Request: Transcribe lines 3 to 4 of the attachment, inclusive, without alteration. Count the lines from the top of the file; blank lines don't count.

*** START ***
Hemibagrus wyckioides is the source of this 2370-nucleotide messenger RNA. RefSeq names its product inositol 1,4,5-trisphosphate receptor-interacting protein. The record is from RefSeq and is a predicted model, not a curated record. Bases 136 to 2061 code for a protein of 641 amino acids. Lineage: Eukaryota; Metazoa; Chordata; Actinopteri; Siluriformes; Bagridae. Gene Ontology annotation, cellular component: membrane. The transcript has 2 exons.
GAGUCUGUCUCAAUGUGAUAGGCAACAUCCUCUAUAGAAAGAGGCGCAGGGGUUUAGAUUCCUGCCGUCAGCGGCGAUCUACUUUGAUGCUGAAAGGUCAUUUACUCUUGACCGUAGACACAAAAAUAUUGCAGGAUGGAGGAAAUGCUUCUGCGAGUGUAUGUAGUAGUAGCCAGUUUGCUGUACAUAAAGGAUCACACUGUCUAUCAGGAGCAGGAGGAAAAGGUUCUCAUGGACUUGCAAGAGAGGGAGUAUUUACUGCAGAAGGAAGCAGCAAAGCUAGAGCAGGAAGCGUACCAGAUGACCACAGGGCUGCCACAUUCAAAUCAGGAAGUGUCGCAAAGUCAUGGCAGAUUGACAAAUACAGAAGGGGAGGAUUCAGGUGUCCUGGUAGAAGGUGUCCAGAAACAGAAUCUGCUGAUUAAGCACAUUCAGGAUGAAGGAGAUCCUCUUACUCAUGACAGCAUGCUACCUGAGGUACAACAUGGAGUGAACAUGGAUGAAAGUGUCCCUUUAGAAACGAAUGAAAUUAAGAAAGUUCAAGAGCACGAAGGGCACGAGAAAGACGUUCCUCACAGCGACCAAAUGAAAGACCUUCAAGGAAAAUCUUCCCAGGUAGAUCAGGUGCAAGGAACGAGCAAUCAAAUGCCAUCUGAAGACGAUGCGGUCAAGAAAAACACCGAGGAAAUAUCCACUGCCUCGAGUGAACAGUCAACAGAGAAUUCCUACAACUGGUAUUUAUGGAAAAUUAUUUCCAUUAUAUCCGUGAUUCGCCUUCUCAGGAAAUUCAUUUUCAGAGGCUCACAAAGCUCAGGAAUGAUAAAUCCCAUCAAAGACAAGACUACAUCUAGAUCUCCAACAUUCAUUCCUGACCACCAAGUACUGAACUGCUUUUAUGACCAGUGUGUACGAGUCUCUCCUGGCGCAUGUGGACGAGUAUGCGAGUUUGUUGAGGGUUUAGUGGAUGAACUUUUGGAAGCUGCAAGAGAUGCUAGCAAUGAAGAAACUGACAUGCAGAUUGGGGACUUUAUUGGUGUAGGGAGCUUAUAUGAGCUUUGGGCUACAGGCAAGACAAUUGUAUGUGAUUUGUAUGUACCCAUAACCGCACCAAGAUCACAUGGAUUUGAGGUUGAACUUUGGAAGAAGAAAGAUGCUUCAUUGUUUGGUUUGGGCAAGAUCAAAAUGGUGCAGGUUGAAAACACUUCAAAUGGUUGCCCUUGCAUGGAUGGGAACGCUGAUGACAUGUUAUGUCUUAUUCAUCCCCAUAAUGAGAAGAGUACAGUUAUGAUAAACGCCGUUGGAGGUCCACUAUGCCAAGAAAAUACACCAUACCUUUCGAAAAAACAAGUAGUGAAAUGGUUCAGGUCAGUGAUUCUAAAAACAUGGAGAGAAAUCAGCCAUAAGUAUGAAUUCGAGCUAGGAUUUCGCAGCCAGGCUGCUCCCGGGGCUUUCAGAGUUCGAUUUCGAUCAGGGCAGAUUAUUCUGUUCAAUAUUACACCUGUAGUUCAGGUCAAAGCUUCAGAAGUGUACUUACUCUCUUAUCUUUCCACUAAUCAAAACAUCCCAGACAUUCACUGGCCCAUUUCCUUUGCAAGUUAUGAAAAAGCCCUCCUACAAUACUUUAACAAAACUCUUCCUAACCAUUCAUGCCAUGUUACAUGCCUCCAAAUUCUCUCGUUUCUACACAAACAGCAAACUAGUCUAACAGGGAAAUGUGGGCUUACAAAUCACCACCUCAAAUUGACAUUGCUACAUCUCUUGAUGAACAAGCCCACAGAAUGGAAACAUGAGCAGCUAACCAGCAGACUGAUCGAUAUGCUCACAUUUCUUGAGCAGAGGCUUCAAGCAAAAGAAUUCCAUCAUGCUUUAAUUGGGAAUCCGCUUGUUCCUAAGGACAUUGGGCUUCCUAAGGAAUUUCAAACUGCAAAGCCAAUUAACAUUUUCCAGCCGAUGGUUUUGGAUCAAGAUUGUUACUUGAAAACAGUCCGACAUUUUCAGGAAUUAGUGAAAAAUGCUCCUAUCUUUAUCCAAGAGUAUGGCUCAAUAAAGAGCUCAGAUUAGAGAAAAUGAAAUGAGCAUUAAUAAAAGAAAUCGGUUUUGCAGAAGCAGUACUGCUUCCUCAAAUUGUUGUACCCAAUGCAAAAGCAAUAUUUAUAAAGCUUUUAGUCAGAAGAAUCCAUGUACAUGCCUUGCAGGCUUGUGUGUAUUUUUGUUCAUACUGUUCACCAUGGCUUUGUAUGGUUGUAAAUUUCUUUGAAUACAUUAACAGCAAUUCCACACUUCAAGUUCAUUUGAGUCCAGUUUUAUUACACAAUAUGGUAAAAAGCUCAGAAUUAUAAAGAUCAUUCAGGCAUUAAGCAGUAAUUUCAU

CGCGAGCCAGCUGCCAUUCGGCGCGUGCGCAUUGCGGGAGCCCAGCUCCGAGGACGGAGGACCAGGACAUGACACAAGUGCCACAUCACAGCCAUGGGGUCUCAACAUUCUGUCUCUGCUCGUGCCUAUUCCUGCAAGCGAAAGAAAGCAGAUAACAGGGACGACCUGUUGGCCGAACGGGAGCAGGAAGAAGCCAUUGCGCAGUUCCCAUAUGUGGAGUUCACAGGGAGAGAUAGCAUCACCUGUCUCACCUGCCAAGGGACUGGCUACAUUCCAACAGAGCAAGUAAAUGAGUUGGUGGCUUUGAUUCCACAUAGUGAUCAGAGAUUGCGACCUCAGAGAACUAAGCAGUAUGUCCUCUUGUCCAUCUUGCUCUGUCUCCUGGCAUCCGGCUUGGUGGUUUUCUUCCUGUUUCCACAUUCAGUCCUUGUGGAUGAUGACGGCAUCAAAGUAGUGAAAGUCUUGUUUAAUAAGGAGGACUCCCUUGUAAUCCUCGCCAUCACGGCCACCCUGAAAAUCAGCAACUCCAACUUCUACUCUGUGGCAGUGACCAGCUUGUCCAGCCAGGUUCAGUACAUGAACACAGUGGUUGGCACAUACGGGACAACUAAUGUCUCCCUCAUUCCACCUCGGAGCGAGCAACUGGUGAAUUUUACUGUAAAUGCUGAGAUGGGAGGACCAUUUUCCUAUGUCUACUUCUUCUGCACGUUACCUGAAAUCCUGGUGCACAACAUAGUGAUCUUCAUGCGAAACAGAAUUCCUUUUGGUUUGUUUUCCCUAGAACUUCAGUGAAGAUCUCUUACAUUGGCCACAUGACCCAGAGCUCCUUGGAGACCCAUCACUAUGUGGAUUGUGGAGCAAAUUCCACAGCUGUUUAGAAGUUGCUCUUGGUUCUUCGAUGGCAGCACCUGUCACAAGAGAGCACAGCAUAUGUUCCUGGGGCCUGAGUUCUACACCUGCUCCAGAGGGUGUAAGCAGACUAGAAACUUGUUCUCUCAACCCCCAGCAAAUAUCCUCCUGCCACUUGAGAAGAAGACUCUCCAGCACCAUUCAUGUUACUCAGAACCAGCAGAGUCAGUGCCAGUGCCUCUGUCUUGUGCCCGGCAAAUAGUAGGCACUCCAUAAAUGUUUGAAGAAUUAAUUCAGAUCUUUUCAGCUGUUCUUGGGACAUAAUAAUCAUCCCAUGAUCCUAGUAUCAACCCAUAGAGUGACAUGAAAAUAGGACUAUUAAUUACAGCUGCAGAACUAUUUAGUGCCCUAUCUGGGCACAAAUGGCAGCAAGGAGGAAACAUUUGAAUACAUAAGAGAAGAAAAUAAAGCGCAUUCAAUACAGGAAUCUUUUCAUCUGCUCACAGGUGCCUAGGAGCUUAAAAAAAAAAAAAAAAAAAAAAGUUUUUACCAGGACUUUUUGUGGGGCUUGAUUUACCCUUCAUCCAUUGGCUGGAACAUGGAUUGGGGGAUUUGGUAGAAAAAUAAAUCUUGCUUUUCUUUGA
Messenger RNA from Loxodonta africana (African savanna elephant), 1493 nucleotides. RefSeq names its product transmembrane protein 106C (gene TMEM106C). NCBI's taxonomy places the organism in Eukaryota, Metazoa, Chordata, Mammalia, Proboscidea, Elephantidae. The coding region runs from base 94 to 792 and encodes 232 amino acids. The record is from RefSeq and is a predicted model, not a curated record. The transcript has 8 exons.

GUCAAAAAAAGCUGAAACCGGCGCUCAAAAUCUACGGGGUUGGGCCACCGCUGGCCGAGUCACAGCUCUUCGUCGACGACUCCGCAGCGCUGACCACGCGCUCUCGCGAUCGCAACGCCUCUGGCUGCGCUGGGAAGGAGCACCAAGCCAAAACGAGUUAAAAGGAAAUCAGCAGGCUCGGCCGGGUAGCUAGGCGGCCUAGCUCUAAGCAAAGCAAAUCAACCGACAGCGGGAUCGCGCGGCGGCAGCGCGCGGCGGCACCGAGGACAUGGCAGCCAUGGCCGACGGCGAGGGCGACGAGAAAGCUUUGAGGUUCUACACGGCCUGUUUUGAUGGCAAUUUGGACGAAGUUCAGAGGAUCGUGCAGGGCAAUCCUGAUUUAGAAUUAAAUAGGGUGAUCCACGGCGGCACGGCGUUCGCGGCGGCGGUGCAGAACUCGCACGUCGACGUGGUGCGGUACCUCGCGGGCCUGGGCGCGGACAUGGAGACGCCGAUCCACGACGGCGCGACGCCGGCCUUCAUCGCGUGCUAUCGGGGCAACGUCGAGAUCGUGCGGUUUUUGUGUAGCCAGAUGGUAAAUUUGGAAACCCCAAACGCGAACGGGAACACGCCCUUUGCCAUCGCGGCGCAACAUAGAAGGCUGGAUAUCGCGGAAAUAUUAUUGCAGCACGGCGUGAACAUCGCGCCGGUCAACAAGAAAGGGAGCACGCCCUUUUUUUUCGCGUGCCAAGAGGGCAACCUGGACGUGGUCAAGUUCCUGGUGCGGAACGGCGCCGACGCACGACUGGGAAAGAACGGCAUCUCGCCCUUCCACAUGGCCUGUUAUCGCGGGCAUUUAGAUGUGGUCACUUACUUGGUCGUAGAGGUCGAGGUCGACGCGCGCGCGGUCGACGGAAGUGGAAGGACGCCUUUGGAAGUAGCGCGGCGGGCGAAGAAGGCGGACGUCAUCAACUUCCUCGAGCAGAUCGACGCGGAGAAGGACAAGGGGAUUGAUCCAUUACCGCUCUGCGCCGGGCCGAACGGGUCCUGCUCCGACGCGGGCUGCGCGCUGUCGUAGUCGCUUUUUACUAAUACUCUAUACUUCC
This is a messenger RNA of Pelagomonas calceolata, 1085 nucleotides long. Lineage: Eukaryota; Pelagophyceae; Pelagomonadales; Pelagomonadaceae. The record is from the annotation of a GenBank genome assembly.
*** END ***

CGCGAGCCAGCUGCCAUUCGGCGCGUGCGCAUUGCGGGAGCCCAGCUCCGAGGACGGAGGACCAGGACAUGACACAAGUGCCACAUCACAGCCAUGGGGUCUCAACAUUCUGUCUCUGCUCGUGCCUAUUCCUGCAAGCGAAAGAAAGCAGAUAACAGGGACGACCUGUUGGCCGAACGGGAGCAGGAAGAAGCCAUUGCGCAGUUCCCAUAUGUGGAGUUCACAGGGAGAGAUAGCAUCACCUGUCUCACCUGCCAAGGGACUGGCUACAUUCCAACAGAGCAAGUAAAUGAGUUGGUGGCUUUGAUUCCACAUAGUGAUCAGAGAUUGCGACCUCAGAGAACUAAGCAGUAUGUCCUCUUGUCCAUCUUGCUCUGUCUCCUGGCAUCCGGCUUGGUGGUUUUCUUCCUGUUUCCACAUUCAGUCCUUGUGGAUGAUGACGGCAUCAAAGUAGUGAAAGUCUUGUUUAAUAAGGAGGACUCCCUUGUAAUCCUCGCCAUCACGGCCACCCUGAAAAUCAGCAACUCCAACUUCUACUCUGUGGCAGUGACCAGCUUGUCCAGCCAGGUUCAGUACAUGAACACAGUGGUUGGCACAUACGGGACAACUAAUGUCUCCCUCAUUCCACCUCGGAGCGAGCAACUGGUGAAUUUUACUGUAAAUGCUGAGAUGGGAGGACCAUUUUCCUAUGUCUACUUCUUCUGCACGUUACCUGAAAUCCUGGUGCACAACAUAGUGAUCUUCAUGCGAAACAGAAUUCCUUUUGGUUUGUUUUCCCUAGAACUUCAGUGAAGAUCUCUUACAUUGGCCACAUGACCCAGAGCUCCUUGGAGACCCAUCACUAUGUGGAUUGUGGAGCAAAUUCCACAGCUGUUUAGAAGUUGCUCUUGGUUCUUCGAUGGCAGCACCUGUCACAAGAGAGCACAGCAUAUGUUCCUGGGGCCUGAGUUCUACACCUGCUCCAGAGGGUGUAAGCAGACUAGAAACUUGUUCUCUCAACCCCCAGCAAAUAUCCUCCUGCCACUUGAGAAGAAGACUCUCCAGCACCAUUCAUGUUACUCAGAACCAGCAGAGUCAGUGCCAGUGCCUCUGUCUUGUGCCCGGCAAAUAGUAGGCACUCCAUAAAUGUUUGAAGAAUUAAUUCAGAUCUUUUCAGCUGUUCUUGGGACAUAAUAAUCAUCCCAUGAUCCUAGUAUCAACCCAUAGAGUGACAUGAAAAUAGGACUAUUAAUUACAGCUGCAGAACUAUUUAGUGCCCUAUCUGGGCACAAAUGGCAGCAAGGAGGAAACAUUUGAAUACAUAAGAGAAGAAAAUAAAGCGCAUUCAAUACAGGAAUCUUUUCAUCUGCUCACAGGUGCCUAGGAGCUUAAAAAAAAAAAAAAAAAAAAAAGUUUUUACCAGGACUUUUUGUGGGGCUUGAUUUACCCUUCAUCCAUUGGCUGGAACAUGGAUUGGGGGAUUUGGUAGAAAAAUAAAUCUUGCUUUUCUUUGA
Messenger RNA from Loxodonta africana (African savanna elephant), 1493 nucleotides. RefSeq names its product transmembrane protein 106C (gene TMEM106C). NCBI's taxonomy places the organism in Eukaryota, Metazoa, Chordata, Mammalia, Proboscidea, Elephantidae. The coding region runs from base 94 to 792 and encodes 232 amino acids. The record is from RefSeq and is a predicted model, not a curated record. The transcript has 8 exons.